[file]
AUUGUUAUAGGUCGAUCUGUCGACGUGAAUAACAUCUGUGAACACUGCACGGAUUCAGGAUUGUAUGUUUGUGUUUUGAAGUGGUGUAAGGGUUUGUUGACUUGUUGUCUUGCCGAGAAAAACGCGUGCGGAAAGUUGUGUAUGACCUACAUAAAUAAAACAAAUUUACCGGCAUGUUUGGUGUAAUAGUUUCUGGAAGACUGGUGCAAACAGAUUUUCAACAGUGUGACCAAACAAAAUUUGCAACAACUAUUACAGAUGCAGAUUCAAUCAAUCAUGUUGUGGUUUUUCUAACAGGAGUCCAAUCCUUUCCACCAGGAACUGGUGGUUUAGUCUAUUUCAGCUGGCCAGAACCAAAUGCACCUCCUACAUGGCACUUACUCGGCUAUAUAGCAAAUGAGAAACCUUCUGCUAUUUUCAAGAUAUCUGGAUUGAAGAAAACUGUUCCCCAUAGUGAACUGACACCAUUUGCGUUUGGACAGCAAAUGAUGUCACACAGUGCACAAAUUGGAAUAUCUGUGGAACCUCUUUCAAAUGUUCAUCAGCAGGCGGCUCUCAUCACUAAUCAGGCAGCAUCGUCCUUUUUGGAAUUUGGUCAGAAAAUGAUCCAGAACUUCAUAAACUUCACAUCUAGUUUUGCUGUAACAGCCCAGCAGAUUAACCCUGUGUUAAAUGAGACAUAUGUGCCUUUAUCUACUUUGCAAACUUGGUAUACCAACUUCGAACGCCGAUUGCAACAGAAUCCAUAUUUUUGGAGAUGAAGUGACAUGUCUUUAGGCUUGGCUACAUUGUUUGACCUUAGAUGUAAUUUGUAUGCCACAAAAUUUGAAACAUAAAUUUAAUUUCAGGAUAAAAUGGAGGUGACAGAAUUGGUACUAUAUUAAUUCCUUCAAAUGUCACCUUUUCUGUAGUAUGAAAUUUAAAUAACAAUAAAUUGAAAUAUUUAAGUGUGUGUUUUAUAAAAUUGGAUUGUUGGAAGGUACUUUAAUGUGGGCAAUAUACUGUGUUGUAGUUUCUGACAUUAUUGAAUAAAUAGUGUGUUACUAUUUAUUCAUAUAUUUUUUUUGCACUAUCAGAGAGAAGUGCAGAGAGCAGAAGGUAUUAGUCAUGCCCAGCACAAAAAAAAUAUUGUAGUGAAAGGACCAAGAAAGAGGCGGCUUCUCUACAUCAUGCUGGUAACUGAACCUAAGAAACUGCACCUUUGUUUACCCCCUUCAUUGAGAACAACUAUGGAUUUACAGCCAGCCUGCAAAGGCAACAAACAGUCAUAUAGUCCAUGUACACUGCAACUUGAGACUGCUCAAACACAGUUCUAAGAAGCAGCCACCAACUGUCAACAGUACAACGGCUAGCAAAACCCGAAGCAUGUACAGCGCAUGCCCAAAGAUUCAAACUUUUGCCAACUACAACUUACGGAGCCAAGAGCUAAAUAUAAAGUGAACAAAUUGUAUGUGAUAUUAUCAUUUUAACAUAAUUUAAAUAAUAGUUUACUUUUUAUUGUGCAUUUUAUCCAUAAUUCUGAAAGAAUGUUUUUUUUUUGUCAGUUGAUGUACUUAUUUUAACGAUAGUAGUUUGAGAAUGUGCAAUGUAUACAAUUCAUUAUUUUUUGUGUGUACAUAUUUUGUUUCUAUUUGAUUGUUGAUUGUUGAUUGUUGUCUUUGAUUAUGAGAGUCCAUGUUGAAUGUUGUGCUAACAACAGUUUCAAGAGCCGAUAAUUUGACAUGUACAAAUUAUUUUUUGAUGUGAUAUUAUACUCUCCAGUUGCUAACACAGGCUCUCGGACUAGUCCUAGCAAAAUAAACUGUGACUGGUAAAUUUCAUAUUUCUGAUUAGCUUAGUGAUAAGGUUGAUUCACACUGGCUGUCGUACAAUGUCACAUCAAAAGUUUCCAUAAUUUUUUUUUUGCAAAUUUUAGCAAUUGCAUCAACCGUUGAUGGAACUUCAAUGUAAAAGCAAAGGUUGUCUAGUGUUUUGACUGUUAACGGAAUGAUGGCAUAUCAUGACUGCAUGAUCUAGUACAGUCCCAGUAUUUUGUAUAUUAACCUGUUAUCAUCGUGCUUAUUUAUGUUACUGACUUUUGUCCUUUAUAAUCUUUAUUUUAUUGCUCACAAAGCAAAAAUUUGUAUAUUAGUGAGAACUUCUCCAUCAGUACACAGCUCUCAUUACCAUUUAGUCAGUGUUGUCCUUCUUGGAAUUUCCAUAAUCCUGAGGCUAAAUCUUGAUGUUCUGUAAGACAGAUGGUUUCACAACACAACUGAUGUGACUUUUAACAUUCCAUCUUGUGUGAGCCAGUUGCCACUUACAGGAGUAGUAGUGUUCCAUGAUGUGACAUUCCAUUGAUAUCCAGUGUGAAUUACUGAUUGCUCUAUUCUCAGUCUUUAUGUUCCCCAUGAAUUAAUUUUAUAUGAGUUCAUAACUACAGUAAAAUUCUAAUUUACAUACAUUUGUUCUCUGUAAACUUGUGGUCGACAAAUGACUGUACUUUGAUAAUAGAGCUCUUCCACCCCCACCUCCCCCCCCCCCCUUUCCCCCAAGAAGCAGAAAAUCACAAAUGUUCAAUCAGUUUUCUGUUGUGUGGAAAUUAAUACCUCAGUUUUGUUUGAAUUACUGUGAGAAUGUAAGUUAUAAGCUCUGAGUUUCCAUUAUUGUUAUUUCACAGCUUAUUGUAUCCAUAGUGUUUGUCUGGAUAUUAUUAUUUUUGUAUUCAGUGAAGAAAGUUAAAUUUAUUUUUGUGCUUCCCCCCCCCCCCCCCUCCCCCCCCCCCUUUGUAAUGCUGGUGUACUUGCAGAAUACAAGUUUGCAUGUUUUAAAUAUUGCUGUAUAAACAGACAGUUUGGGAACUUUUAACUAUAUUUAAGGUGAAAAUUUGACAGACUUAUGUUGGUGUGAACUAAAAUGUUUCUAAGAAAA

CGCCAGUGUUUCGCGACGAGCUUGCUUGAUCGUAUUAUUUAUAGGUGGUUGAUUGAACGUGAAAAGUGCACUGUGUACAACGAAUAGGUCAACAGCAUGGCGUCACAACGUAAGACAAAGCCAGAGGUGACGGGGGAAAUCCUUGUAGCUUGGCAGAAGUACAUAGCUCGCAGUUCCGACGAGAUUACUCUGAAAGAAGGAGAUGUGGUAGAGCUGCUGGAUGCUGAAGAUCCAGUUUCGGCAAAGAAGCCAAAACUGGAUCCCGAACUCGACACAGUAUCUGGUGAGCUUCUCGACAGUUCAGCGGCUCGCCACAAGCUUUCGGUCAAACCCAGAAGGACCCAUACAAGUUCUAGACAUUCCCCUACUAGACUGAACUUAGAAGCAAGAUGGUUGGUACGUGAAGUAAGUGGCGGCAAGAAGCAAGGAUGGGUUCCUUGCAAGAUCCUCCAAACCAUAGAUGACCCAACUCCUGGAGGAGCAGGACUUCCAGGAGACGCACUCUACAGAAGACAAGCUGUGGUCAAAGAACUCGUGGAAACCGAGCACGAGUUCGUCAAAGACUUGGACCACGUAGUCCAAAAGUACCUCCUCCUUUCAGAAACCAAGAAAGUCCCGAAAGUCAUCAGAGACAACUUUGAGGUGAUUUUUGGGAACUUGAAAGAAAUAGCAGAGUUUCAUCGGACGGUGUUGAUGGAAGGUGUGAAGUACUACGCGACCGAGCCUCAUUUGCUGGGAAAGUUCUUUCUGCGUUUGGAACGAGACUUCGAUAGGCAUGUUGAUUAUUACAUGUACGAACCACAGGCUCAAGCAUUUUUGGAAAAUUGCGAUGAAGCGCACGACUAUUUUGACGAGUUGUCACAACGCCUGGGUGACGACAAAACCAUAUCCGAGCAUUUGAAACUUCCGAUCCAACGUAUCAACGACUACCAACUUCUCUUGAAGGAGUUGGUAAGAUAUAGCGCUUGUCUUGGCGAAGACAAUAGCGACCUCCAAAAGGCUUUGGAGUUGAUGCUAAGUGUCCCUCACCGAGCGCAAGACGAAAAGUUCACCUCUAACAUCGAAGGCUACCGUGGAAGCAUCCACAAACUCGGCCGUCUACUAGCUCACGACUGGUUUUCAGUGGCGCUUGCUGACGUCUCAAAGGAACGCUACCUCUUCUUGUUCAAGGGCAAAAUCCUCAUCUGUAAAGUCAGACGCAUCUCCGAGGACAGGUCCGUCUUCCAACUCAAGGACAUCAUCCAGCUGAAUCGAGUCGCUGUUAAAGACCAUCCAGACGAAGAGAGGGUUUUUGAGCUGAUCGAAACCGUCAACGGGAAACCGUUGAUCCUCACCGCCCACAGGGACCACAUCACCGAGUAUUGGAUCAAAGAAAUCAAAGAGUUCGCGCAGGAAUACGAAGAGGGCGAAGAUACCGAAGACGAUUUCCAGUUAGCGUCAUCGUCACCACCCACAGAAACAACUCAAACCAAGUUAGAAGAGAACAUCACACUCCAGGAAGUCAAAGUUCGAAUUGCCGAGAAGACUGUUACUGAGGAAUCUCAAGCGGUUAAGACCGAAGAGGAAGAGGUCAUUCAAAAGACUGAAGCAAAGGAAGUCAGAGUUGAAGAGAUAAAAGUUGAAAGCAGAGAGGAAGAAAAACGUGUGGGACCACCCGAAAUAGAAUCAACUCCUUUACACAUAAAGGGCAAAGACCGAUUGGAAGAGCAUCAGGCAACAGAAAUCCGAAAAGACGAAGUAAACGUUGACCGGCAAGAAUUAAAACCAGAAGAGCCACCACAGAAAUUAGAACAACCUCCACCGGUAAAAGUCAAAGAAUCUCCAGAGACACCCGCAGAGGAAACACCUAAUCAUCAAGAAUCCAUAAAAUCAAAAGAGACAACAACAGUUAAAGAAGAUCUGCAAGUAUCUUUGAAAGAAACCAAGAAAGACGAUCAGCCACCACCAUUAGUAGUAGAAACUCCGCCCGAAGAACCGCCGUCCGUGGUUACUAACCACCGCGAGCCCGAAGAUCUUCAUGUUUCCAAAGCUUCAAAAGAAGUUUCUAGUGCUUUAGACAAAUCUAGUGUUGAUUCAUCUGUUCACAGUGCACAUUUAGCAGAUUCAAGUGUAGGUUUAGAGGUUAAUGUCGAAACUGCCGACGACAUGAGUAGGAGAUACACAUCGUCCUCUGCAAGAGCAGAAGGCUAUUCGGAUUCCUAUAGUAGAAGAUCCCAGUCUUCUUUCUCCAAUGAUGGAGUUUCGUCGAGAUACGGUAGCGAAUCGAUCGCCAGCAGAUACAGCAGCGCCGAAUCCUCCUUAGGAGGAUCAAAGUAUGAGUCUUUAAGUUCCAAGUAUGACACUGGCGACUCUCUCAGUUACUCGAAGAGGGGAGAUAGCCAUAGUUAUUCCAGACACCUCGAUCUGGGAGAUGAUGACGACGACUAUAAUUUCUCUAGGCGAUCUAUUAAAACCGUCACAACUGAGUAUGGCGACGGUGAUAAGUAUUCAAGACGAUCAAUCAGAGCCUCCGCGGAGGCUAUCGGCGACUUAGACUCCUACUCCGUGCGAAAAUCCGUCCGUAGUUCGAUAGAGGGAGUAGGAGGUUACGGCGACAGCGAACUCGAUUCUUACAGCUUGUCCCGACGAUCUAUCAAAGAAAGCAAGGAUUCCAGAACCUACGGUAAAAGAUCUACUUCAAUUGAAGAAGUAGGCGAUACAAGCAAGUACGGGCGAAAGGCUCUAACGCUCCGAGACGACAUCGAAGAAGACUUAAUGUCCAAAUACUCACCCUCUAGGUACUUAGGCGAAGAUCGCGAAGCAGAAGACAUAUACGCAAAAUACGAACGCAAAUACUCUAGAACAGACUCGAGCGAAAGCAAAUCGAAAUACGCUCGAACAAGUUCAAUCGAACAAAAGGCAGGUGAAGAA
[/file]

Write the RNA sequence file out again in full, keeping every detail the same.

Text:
AUUGUUAUAGGUCGAUCUGUCGACGUGAAUAACAUCUGUGAACACUGCACGGAUUCAGGAUUGUAUGUUUGUGUUUUGAAGUGGUGUAAGGGUUUGUUGACUUGUUGUCUUGCCGAGAAAAACGCGUGCGGAAAGUUGUGUAUGACCUACAUAAAUAAAACAAAUUUACCGGCAUGUUUGGUGUAAUAGUUUCUGGAAGACUGGUGCAAACAGAUUUUCAACAGUGUGACCAAACAAAAUUUGCAACAACUAUUACAGAUGCAGAUUCAAUCAAUCAUGUUGUGGUUUUUCUAACAGGAGUCCAAUCCUUUCCACCAGGAACUGGUGGUUUAGUCUAUUUCAGCUGGCCAGAACCAAAUGCACCUCCUACAUGGCACUUACUCGGCUAUAUAGCAAAUGAGAAACCUUCUGCUAUUUUCAAGAUAUCUGGAUUGAAGAAAACUGUUCCCCAUAGUGAACUGACACCAUUUGCGUUUGGACAGCAAAUGAUGUCACACAGUGCACAAAUUGGAAUAUCUGUGGAACCUCUUUCAAAUGUUCAUCAGCAGGCGGCUCUCAUCACUAAUCAGGCAGCAUCGUCCUUUUUGGAAUUUGGUCAGAAAAUGAUCCAGAACUUCAUAAACUUCACAUCUAGUUUUGCUGUAACAGCCCAGCAGAUUAACCCUGUGUUAAAUGAGACAUAUGUGCCUUUAUCUACUUUGCAAACUUGGUAUACCAACUUCGAACGCCGAUUGCAACAGAAUCCAUAUUUUUGGAGAUGAAGUGACAUGUCUUUAGGCUUGGCUACAUUGUUUGACCUUAGAUGUAAUUUGUAUGCCACAAAAUUUGAAACAUAAAUUUAAUUUCAGGAUAAAAUGGAGGUGACAGAAUUGGUACUAUAUUAAUUCCUUCAAAUGUCACCUUUUCUGUAGUAUGAAAUUUAAAUAACAAUAAAUUGAAAUAUUUAAGUGUGUGUUUUAUAAAAUUGGAUUGUUGGAAGGUACUUUAAUGUGGGCAAUAUACUGUGUUGUAGUUUCUGACAUUAUUGAAUAAAUAGUGUGUUACUAUUUAUUCAUAUAUUUUUUUUGCACUAUCAGAGAGAAGUGCAGAGAGCAGAAGGUAUUAGUCAUGCCCAGCACAAAAAAAAUAUUGUAGUGAAAGGACCAAGAAAGAGGCGGCUUCUCUACAUCAUGCUGGUAACUGAACCUAAGAAACUGCACCUUUGUUUACCCCCUUCAUUGAGAACAACUAUGGAUUUACAGCCAGCCUGCAAAGGCAACAAACAGUCAUAUAGUCCAUGUACACUGCAACUUGAGACUGCUCAAACACAGUUCUAAGAAGCAGCCACCAACUGUCAACAGUACAACGGCUAGCAAAACCCGAAGCAUGUACAGCGCAUGCCCAAAGAUUCAAACUUUUGCCAACUACAACUUACGGAGCCAAGAGCUAAAUAUAAAGUGAACAAAUUGUAUGUGAUAUUAUCAUUUUAACAUAAUUUAAAUAAUAGUUUACUUUUUAUUGUGCAUUUUAUCCAUAAUUCUGAAAGAAUGUUUUUUUUUUGUCAGUUGAUGUACUUAUUUUAACGAUAGUAGUUUGAGAAUGUGCAAUGUAUACAAUUCAUUAUUUUUUGUGUGUACAUAUUUUGUUUCUAUUUGAUUGUUGAUUGUUGAUUGUUGUCUUUGAUUAUGAGAGUCCAUGUUGAAUGUUGUGCUAACAACAGUUUCAAGAGCCGAUAAUUUGACAUGUACAAAUUAUUUUUUGAUGUGAUAUUAUACUCUCCAGUUGCUAACACAGGCUCUCGGACUAGUCCUAGCAAAAUAAACUGUGACUGGUAAAUUUCAUAUUUCUGAUUAGCUUAGUGAUAAGGUUGAUUCACACUGGCUGUCGUACAAUGUCACAUCAAAAGUUUCCAUAAUUUUUUUUUUGCAAAUUUUAGCAAUUGCAUCAACCGUUGAUGGAACUUCAAUGUAAAAGCAAAGGUUGUCUAGUGUUUUGACUGUUAACGGAAUGAUGGCAUAUCAUGACUGCAUGAUCUAGUACAGUCCCAGUAUUUUGUAUAUUAACCUGUUAUCAUCGUGCUUAUUUAUGUUACUGACUUUUGUCCUUUAUAAUCUUUAUUUUAUUGCUCACAAAGCAAAAAUUUGUAUAUUAGUGAGAACUUCUCCAUCAGUACACAGCUCUCAUUACCAUUUAGUCAGUGUUGUCCUUCUUGGAAUUUCCAUAAUCCUGAGGCUAAAUCUUGAUGUUCUGUAAGACAGAUGGUUUCACAACACAACUGAUGUGACUUUUAACAUUCCAUCUUGUGUGAGCCAGUUGCCACUUACAGGAGUAGUAGUGUUCCAUGAUGUGACAUUCCAUUGAUAUCCAGUGUGAAUUACUGAUUGCUCUAUUCUCAGUCUUUAUGUUCCCCAUGAAUUAAUUUUAUAUGAGUUCAUAACUACAGUAAAAUUCUAAUUUACAUACAUUUGUUCUCUGUAAACUUGUGGUCGACAAAUGACUGUACUUUGAUAAUAGAGCUCUUCCACCCCCACCUCCCCCCCCCCCCUUUCCCCCAAGAAGCAGAAAAUCACAAAUGUUCAAUCAGUUUUCUGUUGUGUGGAAAUUAAUACCUCAGUUUUGUUUGAAUUACUGUGAGAAUGUAAGUUAUAAGCUCUGAGUUUCCAUUAUUGUUAUUUCACAGCUUAUUGUAUCCAUAGUGUUUGUCUGGAUAUUAUUAUUUUUGUAUUCAGUGAAGAAAGUUAAAUUUAUUUUUGUGCUUCCCCCCCCCCCCCCCUCCCCCCCCCCCUUUGUAAUGCUGGUGUACUUGCAGAAUACAAGUUUGCAUGUUUUAAAUAUUGCUGUAUAAACAGACAGUUUGGGAACUUUUAACUAUAUUUAAGGUGAAAAUUUGACAGACUUAUGUUGGUGUGAACUAAAAUGUUUCUAAGAAAA

CGCCAGUGUUUCGCGACGAGCUUGCUUGAUCGUAUUAUUUAUAGGUGGUUGAUUGAACGUGAAAAGUGCACUGUGUACAACGAAUAGGUCAACAGCAUGGCGUCACAACGUAAGACAAAGCCAGAGGUGACGGGGGAAAUCCUUGUAGCUUGGCAGAAGUACAUAGCUCGCAGUUCCGACGAGAUUACUCUGAAAGAAGGAGAUGUGGUAGAGCUGCUGGAUGCUGAAGAUCCAGUUUCGGCAAAGAAGCCAAAACUGGAUCCCGAACUCGACACAGUAUCUGGUGAGCUUCUCGACAGUUCAGCGGCUCGCCACAAGCUUUCGGUCAAACCCAGAAGGACCCAUACAAGUUCUAGACAUUCCCCUACUAGACUGAACUUAGAAGCAAGAUGGUUGGUACGUGAAGUAAGUGGCGGCAAGAAGCAAGGAUGGGUUCCUUGCAAGAUCCUCCAAACCAUAGAUGACCCAACUCCUGGAGGAGCAGGACUUCCAGGAGACGCACUCUACAGAAGACAAGCUGUGGUCAAAGAACUCGUGGAAACCGAGCACGAGUUCGUCAAAGACUUGGACCACGUAGUCCAAAAGUACCUCCUCCUUUCAGAAACCAAGAAAGUCCCGAAAGUCAUCAGAGACAACUUUGAGGUGAUUUUUGGGAACUUGAAAGAAAUAGCAGAGUUUCAUCGGACGGUGUUGAUGGAAGGUGUGAAGUACUACGCGACCGAGCCUCAUUUGCUGGGAAAGUUCUUUCUGCGUUUGGAACGAGACUUCGAUAGGCAUGUUGAUUAUUACAUGUACGAACCACAGGCUCAAGCAUUUUUGGAAAAUUGCGAUGAAGCGCACGACUAUUUUGACGAGUUGUCACAACGCCUGGGUGACGACAAAACCAUAUCCGAGCAUUUGAAACUUCCGAUCCAACGUAUCAACGACUACCAACUUCUCUUGAAGGAGUUGGUAAGAUAUAGCGCUUGUCUUGGCGAAGACAAUAGCGACCUCCAAAAGGCUUUGGAGUUGAUGCUAAGUGUCCCUCACCGAGCGCAAGACGAAAAGUUCACCUCUAACAUCGAAGGCUACCGUGGAAGCAUCCACAAACUCGGCCGUCUACUAGCUCACGACUGGUUUUCAGUGGCGCUUGCUGACGUCUCAAAGGAACGCUACCUCUUCUUGUUCAAGGGCAAAAUCCUCAUCUGUAAAGUCAGACGCAUCUCCGAGGACAGGUCCGUCUUCCAACUCAAGGACAUCAUCCAGCUGAAUCGAGUCGCUGUUAAAGACCAUCCAGACGAAGAGAGGGUUUUUGAGCUGAUCGAAACCGUCAACGGGAAACCGUUGAUCCUCACCGCCCACAGGGACCACAUCACCGAGUAUUGGAUCAAAGAAAUCAAAGAGUUCGCGCAGGAAUACGAAGAGGGCGAAGAUACCGAAGACGAUUUCCAGUUAGCGUCAUCGUCACCACCCACAGAAACAACUCAAACCAAGUUAGAAGAGAACAUCACACUCCAGGAAGUCAAAGUUCGAAUUGCCGAGAAGACUGUUACUGAGGAAUCUCAAGCGGUUAAGACCGAAGAGGAAGAGGUCAUUCAAAAGACUGAAGCAAAGGAAGUCAGAGUUGAAGAGAUAAAAGUUGAAAGCAGAGAGGAAGAAAAACGUGUGGGACCACCCGAAAUAGAAUCAACUCCUUUACACAUAAAGGGCAAAGACCGAUUGGAAGAGCAUCAGGCAACAGAAAUCCGAAAAGACGAAGUAAACGUUGACCGGCAAGAAUUAAAACCAGAAGAGCCACCACAGAAAUUAGAACAACCUCCACCGGUAAAAGUCAAAGAAUCUCCAGAGACACCCGCAGAGGAAACACCUAAUCAUCAAGAAUCCAUAAAAUCAAAAGAGACAACAACAGUUAAAGAAGAUCUGCAAGUAUCUUUGAAAGAAACCAAGAAAGACGAUCAGCCACCACCAUUAGUAGUAGAAACUCCGCCCGAAGAACCGCCGUCCGUGGUUACUAACCACCGCGAGCCCGAAGAUCUUCAUGUUUCCAAAGCUUCAAAAGAAGUUUCUAGUGCUUUAGACAAAUCUAGUGUUGAUUCAUCUGUUCACAGUGCACAUUUAGCAGAUUCAAGUGUAGGUUUAGAGGUUAAUGUCGAAACUGCCGACGACAUGAGUAGGAGAUACACAUCGUCCUCUGCAAGAGCAGAAGGCUAUUCGGAUUCCUAUAGUAGAAGAUCCCAGUCUUCUUUCUCCAAUGAUGGAGUUUCGUCGAGAUACGGUAGCGAAUCGAUCGCCAGCAGAUACAGCAGCGCCGAAUCCUCCUUAGGAGGAUCAAAGUAUGAGUCUUUAAGUUCCAAGUAUGACACUGGCGACUCUCUCAGUUACUCGAAGAGGGGAGAUAGCCAUAGUUAUUCCAGACACCUCGAUCUGGGAGAUGAUGACGACGACUAUAAUUUCUCUAGGCGAUCUAUUAAAACCGUCACAACUGAGUAUGGCGACGGUGAUAAGUAUUCAAGACGAUCAAUCAGAGCCUCCGCGGAGGCUAUCGGCGACUUAGACUCCUACUCCGUGCGAAAAUCCGUCCGUAGUUCGAUAGAGGGAGUAGGAGGUUACGGCGACAGCGAACUCGAUUCUUACAGCUUGUCCCGACGAUCUAUCAAAGAAAGCAAGGAUUCCAGAACCUACGGUAAAAGAUCUACUUCAAUUGAAGAAGUAGGCGAUACAAGCAAGUACGGGCGAAAGGCUCUAACGCUCCGAGACGACAUCGAAGAAGACUUAAUGUCCAAAUACUCACCCUCUAGGUACUUAGGCGAAGAUCGCGAAGCAGAAGACAUAUACGCAAAAUACGAACGCAAAUACUCUAGAACAGACUCGAGCGAAAGCAAAUCGAAAUACGCUCGAACAAGUUCAAUCGAACAAAAGGCAGGUGAAGAA